I’m not sure if it’s the elaborate feasts and celebrations, the crazy dresses, the scandalous going-ons, the hands off approach of raising children or the treasonous intrigue but whatever it is I love a good historical fiction full of kings and queens.
Would I recommend it? Even with it’s alternating view points between the two sisters I don’t think it’s quite as good as say something by Phillipa Gregory. But, if you have run out of Gregory’s works this one fits the bill!
This is a story set within Shakespeare’s Macbeth and while you don’t have to be all dorky like me and re-read the play before you read the book, (it’ll stand alone) I’m glad I did.
Would I recommend it? I’d rate this book as intriguing but perhaps not for general consumption. It was good, but it was also hard to like the main character. I love the idea and how the plot is woven through Macbeth, but I’m not sure it would hold the same appeal if I hadn’t re-read the play and enjoyed Shakespeare to begin with. Yeah, I have no idea….
So how about you? Have you read Macbeth, does the book catch your eye like it did mine because of that? How do you feel about Shakespeare?
As for me I own The Yale Shakespeare, it’s so large that when I read anything out of it I end up laying on the floor- I love it!
I like epic fantasy novels and series. I like knowing what happens next… and next… and next. The trouble with this is that authors of epic fantasy’s usually don’t crank out their books one right after another so I’m required to remember what happens in a book for long stretches of time… possibly years. Usually this is where John comes in. I screen books and give him ones I think he’ll like and he remembers everything he reads and can remind me of all the little (and sometimes gigantic) details I have forgotten. Unfortunately after he read A Game of Thrones and possibly the next one or so in this series he quit. He quit reading them because the author makes you care about his characters and then he kills them. Sadly it’s true, the chapters switch character viewpoints among a huge cast and Martin has an uncanny ability to turn you from indifferent, to actively rooting for them right before he offs them.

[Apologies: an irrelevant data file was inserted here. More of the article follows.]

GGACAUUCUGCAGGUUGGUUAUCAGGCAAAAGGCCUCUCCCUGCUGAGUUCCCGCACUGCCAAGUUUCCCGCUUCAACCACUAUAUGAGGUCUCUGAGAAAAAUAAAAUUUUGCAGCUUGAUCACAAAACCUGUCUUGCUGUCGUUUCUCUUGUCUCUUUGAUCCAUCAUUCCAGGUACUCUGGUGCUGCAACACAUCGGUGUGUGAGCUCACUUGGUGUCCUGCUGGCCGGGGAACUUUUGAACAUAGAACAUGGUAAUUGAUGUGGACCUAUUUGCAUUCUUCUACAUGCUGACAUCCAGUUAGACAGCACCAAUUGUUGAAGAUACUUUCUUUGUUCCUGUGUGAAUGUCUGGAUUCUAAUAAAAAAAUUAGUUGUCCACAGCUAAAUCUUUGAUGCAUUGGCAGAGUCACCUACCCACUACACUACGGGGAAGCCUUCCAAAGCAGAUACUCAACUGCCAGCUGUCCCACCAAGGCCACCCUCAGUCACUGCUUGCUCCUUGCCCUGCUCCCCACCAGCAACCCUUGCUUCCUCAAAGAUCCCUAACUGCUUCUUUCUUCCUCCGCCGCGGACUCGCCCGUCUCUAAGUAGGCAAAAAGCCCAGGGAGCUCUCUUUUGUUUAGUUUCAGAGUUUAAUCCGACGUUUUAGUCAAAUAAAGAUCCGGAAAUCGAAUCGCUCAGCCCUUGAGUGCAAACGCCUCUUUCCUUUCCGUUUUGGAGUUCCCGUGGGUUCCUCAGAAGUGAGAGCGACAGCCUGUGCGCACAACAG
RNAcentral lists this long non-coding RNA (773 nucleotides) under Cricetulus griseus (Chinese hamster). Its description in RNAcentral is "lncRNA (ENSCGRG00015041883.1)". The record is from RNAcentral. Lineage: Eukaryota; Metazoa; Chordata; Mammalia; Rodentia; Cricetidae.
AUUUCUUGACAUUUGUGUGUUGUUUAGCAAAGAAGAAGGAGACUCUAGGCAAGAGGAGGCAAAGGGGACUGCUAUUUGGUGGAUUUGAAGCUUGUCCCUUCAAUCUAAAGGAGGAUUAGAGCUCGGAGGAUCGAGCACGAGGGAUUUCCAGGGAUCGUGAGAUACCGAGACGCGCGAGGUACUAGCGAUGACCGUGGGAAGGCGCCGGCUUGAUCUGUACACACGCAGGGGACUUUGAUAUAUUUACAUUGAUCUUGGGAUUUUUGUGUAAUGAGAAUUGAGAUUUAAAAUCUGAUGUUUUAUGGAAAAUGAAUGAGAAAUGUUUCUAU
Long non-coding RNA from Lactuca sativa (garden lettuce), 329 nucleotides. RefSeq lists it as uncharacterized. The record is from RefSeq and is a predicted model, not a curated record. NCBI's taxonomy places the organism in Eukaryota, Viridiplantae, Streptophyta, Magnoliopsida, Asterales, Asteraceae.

In any case I couldn’t count on John to remind me what happened in the last books, which was a problem, because this books timeline runs along side the book before (A Feast For Crows) so I actually was trying to remember what happened two books (A Storm of Swords) ago. I read those books in 2004 and 2006 respectively. I can’t remember a book I read last week, asking me to not only remember back to a time before children but to also recall what I read then – not happening.
For the first quarter of the book I was confused, really confused. I recognized names, some events were familiar, I had a couple of “OH YEAH he killed that king” sort of moments but it was pretty bad. By the time I reached the half way point I was mildly confused but had come to terms with the fact that I wasn’t setting this book down, re-reading the last two and coming back to it. Mild confusion and I were getting along fine. The third quarter of the book I was well enough in that most of my confusion was behind me and I was caught up in the story again. Then last quarter arrived and he started killing off all the characters I cared about, threw a few new old ones that I was supposed to remember into the mix and ended it with me wanting to know what happens next.
Would I recommend it? The series isn’t for anyone… the term epic should not be taken lightly… This was a 1,000 page tome and while lots of people died nothing got resolved and it’s the fifth book in the series. On the other hand it’s a pretty darn good story, from what I can remember… If you are brave enough to take them on start with A Game of Thrones.